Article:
JUBA — South Sudan Information Minister Michael Makuei on Monday warned media groups and journalists that they will face harsh punishment if they publish or broadcast interviews with rebels inside South Sudan.
Makuei issued the warning after United Nations-run Miraya FM aired a pre-recorded interview with an official who defected from President Salva Kiir’s administration when South Sudan plunged into crisis in December 2013. He has made similar warnings at least twice in the past, and said the government will punish anyone who ignores the repeated cautions.
4. British aid worker killed in South Sudan
Media: The Guardian (UK)
Byline: Sam Jones
Date: 18 February 2015
A British aid worker was killed on Tuesday night in Juba, the capital of conflict-riven South Sudan, the Foreign Office has confirmed. The victim, who has not been named, is understood to have worked for the Carter Center, the NGO set up by the former US president Jimmy Carter.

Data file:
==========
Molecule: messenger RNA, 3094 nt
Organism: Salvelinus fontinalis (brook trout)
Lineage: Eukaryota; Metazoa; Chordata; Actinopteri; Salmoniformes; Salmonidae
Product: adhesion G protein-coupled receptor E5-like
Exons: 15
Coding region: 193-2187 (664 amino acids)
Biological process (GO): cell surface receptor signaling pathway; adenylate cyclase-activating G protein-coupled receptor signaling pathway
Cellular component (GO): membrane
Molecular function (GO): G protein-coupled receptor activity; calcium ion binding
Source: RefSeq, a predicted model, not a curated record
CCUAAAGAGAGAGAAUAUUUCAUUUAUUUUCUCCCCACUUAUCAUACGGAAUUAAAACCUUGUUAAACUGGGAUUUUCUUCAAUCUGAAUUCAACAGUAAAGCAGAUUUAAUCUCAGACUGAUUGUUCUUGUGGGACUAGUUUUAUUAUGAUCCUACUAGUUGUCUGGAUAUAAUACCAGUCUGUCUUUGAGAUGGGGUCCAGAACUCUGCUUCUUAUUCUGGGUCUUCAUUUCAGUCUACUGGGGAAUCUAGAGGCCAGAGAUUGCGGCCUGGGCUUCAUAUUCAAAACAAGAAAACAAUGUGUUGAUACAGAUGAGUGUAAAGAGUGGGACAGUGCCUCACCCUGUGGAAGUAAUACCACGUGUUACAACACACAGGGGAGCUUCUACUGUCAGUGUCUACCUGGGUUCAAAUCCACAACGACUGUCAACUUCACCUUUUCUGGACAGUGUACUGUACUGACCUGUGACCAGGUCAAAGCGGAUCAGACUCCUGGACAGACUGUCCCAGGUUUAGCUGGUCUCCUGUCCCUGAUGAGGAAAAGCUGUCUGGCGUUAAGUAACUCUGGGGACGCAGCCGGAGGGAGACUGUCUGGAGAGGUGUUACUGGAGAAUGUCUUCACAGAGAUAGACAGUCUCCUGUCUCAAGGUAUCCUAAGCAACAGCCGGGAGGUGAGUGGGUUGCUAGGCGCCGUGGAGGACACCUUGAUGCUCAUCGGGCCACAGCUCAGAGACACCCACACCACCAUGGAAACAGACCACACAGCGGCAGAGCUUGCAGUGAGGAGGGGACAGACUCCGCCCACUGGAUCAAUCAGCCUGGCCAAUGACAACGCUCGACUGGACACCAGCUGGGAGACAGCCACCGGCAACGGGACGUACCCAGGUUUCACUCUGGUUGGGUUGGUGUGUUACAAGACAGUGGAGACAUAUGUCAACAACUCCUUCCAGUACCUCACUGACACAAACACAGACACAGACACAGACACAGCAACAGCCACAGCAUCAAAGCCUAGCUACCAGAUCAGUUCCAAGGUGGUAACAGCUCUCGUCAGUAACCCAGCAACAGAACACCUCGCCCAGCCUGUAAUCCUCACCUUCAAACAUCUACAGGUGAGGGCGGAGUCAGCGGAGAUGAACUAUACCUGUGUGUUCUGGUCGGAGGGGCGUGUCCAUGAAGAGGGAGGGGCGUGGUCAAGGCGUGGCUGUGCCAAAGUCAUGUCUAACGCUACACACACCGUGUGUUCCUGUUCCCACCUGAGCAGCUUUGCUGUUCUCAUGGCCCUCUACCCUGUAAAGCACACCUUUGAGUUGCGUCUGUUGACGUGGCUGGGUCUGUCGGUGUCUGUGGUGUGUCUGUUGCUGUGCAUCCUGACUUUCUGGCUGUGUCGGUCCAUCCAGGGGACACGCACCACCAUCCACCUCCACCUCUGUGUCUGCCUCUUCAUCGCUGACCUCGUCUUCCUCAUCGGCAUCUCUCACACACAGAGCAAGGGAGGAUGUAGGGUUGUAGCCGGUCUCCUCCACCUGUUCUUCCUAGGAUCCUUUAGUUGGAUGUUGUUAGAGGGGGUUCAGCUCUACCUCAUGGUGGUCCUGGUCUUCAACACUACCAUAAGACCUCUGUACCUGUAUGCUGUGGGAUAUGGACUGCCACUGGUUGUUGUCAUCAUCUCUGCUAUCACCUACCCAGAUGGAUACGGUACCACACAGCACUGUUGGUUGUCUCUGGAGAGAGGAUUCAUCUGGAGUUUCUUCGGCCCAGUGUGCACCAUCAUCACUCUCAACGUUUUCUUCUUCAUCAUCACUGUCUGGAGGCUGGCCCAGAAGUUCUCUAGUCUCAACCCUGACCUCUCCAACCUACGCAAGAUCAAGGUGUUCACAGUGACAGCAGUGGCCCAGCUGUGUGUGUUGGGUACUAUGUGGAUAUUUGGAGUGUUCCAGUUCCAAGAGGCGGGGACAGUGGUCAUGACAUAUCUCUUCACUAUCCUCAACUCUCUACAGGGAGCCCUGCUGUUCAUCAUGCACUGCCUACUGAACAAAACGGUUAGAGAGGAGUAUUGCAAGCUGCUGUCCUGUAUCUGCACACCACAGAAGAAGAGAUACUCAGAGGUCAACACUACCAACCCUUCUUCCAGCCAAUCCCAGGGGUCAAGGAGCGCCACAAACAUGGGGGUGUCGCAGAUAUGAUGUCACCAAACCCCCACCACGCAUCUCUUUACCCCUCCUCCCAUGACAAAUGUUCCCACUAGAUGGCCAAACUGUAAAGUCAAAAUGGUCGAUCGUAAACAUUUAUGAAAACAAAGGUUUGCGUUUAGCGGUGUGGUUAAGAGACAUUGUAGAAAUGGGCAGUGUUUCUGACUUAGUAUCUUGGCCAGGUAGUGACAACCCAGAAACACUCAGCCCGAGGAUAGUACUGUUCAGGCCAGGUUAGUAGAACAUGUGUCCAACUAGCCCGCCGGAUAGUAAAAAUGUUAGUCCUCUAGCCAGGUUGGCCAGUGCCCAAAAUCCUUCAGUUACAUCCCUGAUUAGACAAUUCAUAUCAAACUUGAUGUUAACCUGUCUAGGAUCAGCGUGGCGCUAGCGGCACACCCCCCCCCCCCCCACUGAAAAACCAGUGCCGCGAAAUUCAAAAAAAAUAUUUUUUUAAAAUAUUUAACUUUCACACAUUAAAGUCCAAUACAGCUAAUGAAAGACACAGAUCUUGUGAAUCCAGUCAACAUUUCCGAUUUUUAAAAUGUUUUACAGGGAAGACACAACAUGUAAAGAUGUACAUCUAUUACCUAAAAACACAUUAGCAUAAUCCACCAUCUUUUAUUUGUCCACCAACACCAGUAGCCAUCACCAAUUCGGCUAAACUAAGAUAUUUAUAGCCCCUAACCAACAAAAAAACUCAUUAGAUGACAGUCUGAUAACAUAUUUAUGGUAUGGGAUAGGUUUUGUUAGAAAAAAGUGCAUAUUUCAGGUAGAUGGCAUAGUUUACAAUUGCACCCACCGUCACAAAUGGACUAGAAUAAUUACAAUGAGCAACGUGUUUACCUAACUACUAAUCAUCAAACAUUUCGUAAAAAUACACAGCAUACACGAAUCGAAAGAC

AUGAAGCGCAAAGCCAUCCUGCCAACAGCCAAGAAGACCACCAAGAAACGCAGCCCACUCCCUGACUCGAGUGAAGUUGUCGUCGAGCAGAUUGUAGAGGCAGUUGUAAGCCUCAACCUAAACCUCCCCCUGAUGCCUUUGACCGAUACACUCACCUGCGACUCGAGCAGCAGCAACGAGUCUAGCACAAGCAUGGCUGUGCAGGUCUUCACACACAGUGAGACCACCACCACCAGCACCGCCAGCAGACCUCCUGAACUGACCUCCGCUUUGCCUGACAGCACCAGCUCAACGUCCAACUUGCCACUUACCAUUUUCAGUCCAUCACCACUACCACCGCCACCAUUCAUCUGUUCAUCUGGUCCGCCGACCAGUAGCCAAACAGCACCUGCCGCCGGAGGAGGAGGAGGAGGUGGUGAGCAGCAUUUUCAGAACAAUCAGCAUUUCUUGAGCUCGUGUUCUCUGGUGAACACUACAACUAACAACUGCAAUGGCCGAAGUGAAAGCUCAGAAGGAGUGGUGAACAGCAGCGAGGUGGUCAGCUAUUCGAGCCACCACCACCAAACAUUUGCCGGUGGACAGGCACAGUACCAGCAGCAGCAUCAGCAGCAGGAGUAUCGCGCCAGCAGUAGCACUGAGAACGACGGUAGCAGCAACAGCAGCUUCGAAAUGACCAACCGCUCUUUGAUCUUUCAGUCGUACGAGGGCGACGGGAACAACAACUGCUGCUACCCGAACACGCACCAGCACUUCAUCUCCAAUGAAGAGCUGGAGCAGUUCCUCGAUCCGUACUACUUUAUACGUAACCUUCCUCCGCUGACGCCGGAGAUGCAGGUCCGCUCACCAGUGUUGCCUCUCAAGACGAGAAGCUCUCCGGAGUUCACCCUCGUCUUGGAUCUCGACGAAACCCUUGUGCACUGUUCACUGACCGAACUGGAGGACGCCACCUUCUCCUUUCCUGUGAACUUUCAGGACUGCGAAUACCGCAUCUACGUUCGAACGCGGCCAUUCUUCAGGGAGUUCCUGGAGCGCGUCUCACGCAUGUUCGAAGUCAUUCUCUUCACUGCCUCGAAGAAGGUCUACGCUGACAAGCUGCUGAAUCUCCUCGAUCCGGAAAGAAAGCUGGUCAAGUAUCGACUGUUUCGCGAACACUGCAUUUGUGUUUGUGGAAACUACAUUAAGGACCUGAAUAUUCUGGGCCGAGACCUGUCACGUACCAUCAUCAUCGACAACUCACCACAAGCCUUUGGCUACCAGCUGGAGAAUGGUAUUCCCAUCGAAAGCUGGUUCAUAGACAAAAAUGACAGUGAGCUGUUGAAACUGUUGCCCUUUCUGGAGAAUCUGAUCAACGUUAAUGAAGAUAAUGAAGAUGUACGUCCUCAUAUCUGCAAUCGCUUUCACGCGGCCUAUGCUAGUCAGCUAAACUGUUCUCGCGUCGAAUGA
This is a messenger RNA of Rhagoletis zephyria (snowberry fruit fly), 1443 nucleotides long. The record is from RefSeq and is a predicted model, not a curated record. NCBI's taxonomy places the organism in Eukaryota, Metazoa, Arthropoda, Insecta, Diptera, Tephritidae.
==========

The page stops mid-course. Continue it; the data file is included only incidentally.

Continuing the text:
A spokesman for the South Sudanese government said the man appeared to have been deliberately targeted as he returned to his compound in Juba.
“It has been confirmed that a British staff member in the Carter Center was killed, a crime we condemn in the strongest terms possible,” Ateny Wek Ateny told the AFP news agency.
5. Dozens of boys said to be abducted from South Sudan displacement camp
South Sudan child soldiers
Media: Los Angeles Times
Byline: Robyn Dixon
Date: 21 February 2015
Dozens of South Sudanese boys, some as young as 13, were recently kidnapped by an armed group in South Sudan as they prepared for school exams, UNICEF reported Saturday.
UNICEF did not say what group had abducted the boys from a displacement camp, but the kidnappings reportedly took place in an area controlled by government forces and allied militias. Several days ago, the rights group Human Rights Watch accused government forces of recruiting child soldiers in the same area.